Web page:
We read with interest the article of Cushman and colleagues1 entitled “Fibrin fragment D-dimer and the risk of future venous thrombosis.” The article reports that plasma D-dimer is strongly and positively related to the occurrence of future venous thrombosis. Based on this finding the authors make a forceful statement that “the strength of the association observed here, and its consistency in various subgroups, suggests potential clinical roles for D-dimer assessment that could be tested in future clinical studies.” While we agree that the findings of this study are interesting and should be investigated further, we would also like to point out that a number of issues need to be addressed by the investigators in any follow-up study.
First, studies need to be carried out to find out whether plasma D-dimer levels are stable enough over a period in a particular individual (ie, not subject to wide fluctuations) to permit reliable and accurate interpretations. If not, it will be impossible to make any meaningful interpretations or clinical judgements. In order to establish whether plasma D-dimer levels are “stable” in healthy individuals, we measured our own D-dimer levels weekly over a 6-week period. The measurement of D-dimer was carried out using a commercial kit (Instrumentation Laboratory, Warrington, United Kingdom). As shown in Figure 1, the D-dimer levels of Muttuswamy Sivakumaran (MS) showed noticeable fluctuations, with values ranging from 52 ng/mL to 195 ng/mL (first quintile to the fourth in Cushman et al's distribution curve). This observation raises the question of whether one could use a single measurement of D-dimer level to predict thrombotic risk.
Second, it is important that, as in the case of other parameters used in thrombophilia screening (eg, protein C, protein S, and antithrombin III), one should have a normal range or at least an upper level for the plasma D-dimer level above which the values could be considered abnormal. Do Cushman and colleagues propose the value between the fourth and the fifth quintiles (277 ng/mL) or a figure derived from the median of the cohort plus a standard deviation of 2 as that cutoff figure?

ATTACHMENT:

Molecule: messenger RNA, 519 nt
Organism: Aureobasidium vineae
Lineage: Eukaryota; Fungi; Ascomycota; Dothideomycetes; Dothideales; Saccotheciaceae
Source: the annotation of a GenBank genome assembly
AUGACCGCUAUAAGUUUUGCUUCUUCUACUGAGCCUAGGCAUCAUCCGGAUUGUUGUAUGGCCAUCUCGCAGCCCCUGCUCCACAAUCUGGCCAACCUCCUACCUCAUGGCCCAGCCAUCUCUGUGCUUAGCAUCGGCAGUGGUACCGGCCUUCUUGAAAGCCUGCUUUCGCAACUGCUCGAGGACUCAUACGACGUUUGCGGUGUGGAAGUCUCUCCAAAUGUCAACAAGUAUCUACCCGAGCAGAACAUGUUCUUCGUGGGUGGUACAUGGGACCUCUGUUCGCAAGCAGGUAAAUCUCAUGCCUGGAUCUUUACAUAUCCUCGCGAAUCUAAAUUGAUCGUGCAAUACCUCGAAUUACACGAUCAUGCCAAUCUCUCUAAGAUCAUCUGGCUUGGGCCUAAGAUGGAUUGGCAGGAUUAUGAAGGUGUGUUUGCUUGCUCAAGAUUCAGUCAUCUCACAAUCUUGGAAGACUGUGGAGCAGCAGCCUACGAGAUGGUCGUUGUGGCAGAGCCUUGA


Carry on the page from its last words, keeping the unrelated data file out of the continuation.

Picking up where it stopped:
Finally, one should consider the implications of extreme values. A significant number of controls in Cushman's cohort had very high D-dimer levels (over 1000 ng/mL). As in the case of Neil Malton (NM; Figure 1), these individuals probably have, for hitherto unexplained reasons, abnormally high baseline D-dimer levels (“hyperfibrinemia” or “hyper D-dimeremia”). The important question is whether the high plasma levels are due to increased production or to reduced clearance of D-dimers from the circulation. The authors measured their own random urine D-dimer levels on the day they had their last blood test. The plasma and urine D-dimer levels of NM were 775 ng/mL and 57 ng/mL, respectively, whereas those of MS were 52 ng/mL and 74 ng/mL, respectively. In other words, the random urine D-dimer levels of NM and MS were 7.4% and 142% of plasma levels, respectively. This finding may suggest that the extreme values recorded in some otherwise healthy individuals may be at least partly due to slower clearance of D-dimers, thus raising the question of whether a ratio of plasma and urine D-dimer levels may be more informative than an isolated plasma level for thrombotic risk assessment of aymptomatic individuals. Obviously, larger studies are required to answer this question. Whatever the cause of these extreme values, they do raise an important question that has a direct clinical relevance: How can we distinguish these asymptomatic individuals with high plasma D-dimer levels from those with raised levels due to an underlying active thrombotic state to prevent making erroneous clinical decisions?